Just to make sure we’re clear, Storyline, which begins March 30th, is for anyone and everyone who might want to hear a summary of our faith as the Westminster Confession understands it. Future officers must participate, but all are highly encouraged to participate.
If you need more than an invitation, here’s an additional rationale for coming: in one sense what we’ll cover is foundational to the realization of our young church’s vision for “Faithful Presence.” James Hunter, from whom we’ve lifted the phrase, explains how FP depends in no small measure on acquiring a framework for our theological thinking.
At the foundation of this task are the fundamental preparations of the catechesis—instruction into central truths of Christian belief, the development of the spiritual disciplines, and the observance of the basic sacraments. It will also include teaching a new language rooted in Scripture. . . .Words such as covenant, grace, gift, sin, mercy, forgiveness, love, hope, blessing, the flesh, glory, creation, resurrection, sacrament, and the like must be learned anew. . . within the context of the social, political, and cultural realities of one’s own time.
The Westminster Confession is just that vehicle for catechesis, instructing us in the vocabulary that both orders and moreover deepens our sense of God’s way and will. We hope you’ll all attend.
We continue our series in the Practice of Repentance this Sunday by listening to Jesus’ perhaps most famous parable, that of the two sons in Luke 15:11-32.
So many have said so much about this provocative parable. But despite its age, the pointed story still resonates. Even New York Times columnists find it both wondrous and instructive for a modern age.
I found this little gem this week: a short vignette on some of the history behind Rembrandt’s final painting of the parable, now hanging famously in The Hermitage in St Petersburg. The folks that composed this painting’s backstory may have projected a bit of drama upon its feature. Rather than obscure the message of the parable, Rembrandt may have let understatement actually accentuate Jesus’ meaning. But to learn that this painting–and not his first rendition of the parable–was on his easel when he died adds to the drama of the painting itself. Our moment shapes all our expressions, and Rembrandt’s paintings are no exception.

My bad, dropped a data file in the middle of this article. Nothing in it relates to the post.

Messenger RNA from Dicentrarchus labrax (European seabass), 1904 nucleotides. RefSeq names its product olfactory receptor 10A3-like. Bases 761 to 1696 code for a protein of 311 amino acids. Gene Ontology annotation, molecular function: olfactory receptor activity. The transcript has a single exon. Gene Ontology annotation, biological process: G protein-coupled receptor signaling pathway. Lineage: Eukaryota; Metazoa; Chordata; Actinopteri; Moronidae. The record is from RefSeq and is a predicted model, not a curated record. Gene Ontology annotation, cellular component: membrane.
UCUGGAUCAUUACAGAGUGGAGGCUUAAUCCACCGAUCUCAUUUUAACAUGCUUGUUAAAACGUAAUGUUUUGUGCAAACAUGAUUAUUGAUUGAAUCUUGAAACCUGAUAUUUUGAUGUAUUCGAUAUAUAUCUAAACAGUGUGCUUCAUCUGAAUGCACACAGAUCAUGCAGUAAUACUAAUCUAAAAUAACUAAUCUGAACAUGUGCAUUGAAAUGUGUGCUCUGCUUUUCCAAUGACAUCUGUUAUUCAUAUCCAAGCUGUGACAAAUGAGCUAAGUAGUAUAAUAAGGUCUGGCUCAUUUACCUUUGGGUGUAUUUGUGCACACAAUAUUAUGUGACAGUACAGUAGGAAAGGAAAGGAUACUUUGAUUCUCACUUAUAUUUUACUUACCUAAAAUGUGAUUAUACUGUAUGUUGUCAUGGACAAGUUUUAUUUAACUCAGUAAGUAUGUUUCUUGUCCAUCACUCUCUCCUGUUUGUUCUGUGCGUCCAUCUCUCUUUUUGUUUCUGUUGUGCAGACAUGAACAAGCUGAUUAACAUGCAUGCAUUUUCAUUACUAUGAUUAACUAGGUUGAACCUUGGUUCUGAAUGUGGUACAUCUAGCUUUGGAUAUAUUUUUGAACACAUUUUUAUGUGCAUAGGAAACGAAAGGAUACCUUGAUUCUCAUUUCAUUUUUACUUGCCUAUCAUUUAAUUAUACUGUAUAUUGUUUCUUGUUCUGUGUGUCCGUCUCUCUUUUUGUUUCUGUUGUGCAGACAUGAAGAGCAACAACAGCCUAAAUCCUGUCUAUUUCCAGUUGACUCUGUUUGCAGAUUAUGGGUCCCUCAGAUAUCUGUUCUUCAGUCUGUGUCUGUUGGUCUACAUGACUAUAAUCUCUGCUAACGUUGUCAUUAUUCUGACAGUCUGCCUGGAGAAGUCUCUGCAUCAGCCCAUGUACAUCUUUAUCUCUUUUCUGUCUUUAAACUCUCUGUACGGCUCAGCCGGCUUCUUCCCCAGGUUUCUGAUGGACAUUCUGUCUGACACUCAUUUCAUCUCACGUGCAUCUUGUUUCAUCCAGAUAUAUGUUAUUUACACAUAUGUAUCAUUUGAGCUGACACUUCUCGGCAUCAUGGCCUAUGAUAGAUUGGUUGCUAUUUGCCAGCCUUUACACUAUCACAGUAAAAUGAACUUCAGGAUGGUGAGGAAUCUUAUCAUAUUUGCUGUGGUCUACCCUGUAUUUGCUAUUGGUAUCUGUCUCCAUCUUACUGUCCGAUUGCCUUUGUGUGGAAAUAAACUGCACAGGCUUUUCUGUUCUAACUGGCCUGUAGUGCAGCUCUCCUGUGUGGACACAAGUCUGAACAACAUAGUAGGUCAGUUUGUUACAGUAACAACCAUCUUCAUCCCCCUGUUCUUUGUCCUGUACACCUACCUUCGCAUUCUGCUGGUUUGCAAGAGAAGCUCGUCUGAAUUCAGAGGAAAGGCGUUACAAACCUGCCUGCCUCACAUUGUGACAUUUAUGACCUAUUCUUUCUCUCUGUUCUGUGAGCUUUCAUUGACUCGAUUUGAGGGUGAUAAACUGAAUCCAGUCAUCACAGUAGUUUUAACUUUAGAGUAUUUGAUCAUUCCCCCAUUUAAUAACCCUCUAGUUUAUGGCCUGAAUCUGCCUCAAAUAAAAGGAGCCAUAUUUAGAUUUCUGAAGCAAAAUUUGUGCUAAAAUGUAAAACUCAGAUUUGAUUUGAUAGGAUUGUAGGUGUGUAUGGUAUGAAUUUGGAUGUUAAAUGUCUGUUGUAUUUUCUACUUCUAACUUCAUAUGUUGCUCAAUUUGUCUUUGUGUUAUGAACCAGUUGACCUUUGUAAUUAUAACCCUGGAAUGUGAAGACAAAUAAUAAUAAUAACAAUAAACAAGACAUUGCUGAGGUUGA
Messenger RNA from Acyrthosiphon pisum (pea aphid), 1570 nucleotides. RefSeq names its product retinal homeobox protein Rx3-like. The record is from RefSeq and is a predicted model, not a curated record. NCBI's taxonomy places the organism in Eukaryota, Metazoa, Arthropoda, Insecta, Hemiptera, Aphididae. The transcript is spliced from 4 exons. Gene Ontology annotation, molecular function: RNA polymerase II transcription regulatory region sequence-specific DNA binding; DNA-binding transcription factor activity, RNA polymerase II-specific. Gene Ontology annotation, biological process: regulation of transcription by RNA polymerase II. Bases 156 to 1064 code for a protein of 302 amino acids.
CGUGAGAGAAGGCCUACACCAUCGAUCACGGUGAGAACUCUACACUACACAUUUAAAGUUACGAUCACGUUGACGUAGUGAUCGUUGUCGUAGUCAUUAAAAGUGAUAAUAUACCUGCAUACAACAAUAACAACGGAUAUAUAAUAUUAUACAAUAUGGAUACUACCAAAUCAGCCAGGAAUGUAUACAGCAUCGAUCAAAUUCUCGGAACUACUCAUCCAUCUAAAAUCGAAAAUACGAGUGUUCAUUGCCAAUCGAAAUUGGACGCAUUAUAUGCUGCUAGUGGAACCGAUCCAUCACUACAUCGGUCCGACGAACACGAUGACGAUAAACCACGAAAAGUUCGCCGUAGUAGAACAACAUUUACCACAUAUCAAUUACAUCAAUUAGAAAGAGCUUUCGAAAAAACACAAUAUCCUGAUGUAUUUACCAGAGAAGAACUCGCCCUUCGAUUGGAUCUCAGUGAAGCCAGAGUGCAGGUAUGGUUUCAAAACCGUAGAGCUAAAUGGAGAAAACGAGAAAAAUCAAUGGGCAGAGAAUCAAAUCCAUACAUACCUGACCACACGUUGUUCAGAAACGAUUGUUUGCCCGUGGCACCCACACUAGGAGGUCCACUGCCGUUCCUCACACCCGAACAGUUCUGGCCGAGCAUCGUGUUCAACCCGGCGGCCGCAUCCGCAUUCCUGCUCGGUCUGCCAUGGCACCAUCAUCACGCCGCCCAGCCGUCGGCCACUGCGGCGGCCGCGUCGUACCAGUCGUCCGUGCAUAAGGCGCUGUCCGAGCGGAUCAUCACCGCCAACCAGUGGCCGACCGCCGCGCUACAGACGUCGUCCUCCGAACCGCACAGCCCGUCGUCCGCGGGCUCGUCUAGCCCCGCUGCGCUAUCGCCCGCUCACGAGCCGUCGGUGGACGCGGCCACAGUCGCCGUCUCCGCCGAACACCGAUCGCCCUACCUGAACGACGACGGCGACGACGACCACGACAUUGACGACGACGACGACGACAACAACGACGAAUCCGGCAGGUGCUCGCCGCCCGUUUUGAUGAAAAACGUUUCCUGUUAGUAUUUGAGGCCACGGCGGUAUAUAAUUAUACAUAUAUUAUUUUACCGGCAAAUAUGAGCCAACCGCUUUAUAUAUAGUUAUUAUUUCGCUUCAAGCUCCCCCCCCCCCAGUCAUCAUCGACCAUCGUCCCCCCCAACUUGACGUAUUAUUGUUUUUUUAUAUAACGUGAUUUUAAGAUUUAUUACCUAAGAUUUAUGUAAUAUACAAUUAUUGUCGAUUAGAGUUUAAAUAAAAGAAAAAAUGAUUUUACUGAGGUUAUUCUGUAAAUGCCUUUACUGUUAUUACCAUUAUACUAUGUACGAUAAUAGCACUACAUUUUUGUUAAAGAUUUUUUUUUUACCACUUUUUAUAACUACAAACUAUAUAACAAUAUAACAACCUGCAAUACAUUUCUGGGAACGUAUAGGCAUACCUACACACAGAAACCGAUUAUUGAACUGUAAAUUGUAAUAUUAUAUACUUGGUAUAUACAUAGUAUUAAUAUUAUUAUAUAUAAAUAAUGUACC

Stop what you’re doing. Do not pass go. Take a moment to RSVP Sue Akovenko to register your attendance at the celebration for our new members this Sunday evening, March 23rd from 6-8p at the Lafferty’s. As we said last week CtK will provide the main dish (Pork BBQ), but we’d ask everyone to bring a side dish. Suggested dishes are:
- Baked Beans,
- Vegetable Plate,
- BBQ Buns,
- Desserts, Chips, and Tea (sweet & unsweet)
When you RSVP, please mention what you might bring so we can ensure equal measure of everything. One can eat only so many baked beans. If you know what I mean.
Finally, please continue to pray
- for our CtK sick list of Margarita Harris, Helen Johnson, Imelda Ottmers
- for Mark and Rachel Kull as they move his aging father here, all the way from Idaho
- for resolution in what’s befallen the Malaysian airline
- for the church in hostile places like Syria, N Korea, the Ukraine, and elsewhere
See you Sunday at 9:30,
On a final note, repentance began for the younger son of Jesus’ famous parable when, as verse 17 says, he “came to his senses.” It was as if he’d woken up from the longest dream. Keith Green might just tip his hat to this new and lilting rendition of his song.
March 13th, 2014
Peter ends his second letter with a prayer of exhortation, calling the church to “grow in the grace and the knowledge of the Lord and Savior Jesus Christ.” In only a few words, he summarizes what the life in Christ envisions: a growing grasp of Jesus that manifests in the same graces He exhibited. The grasp is not without content, but it aspires to far more than a command of ideas. It’s about maturing that is both a work of God and a work to which we give ourselves. It is parallel to Paul’s admonition to “work out your own salvation with fear and trembling, for it is God who works in you, to work and to will according to His good pleasure.”
Starting March 30th during 2nd hour we’ll begin something that’s ordered unto the end Peter and Paul (and I suppose Mary, too) prescribe. As we mentioned in these pages a couple weeks back, your Session will use the time we typically reserve for Q&A to teach a series of classes we’re calling Storyline. The title alludes to a fundamental belief of our faith that God has written in the pages of Scripture not a manual as such but a story which documents His intention, frustration, and restoration of all He has made. Since they constitute in part the constitution of our denomination’s faith, we will appeal to the Westminster Confession of Faith for the Story’s outline.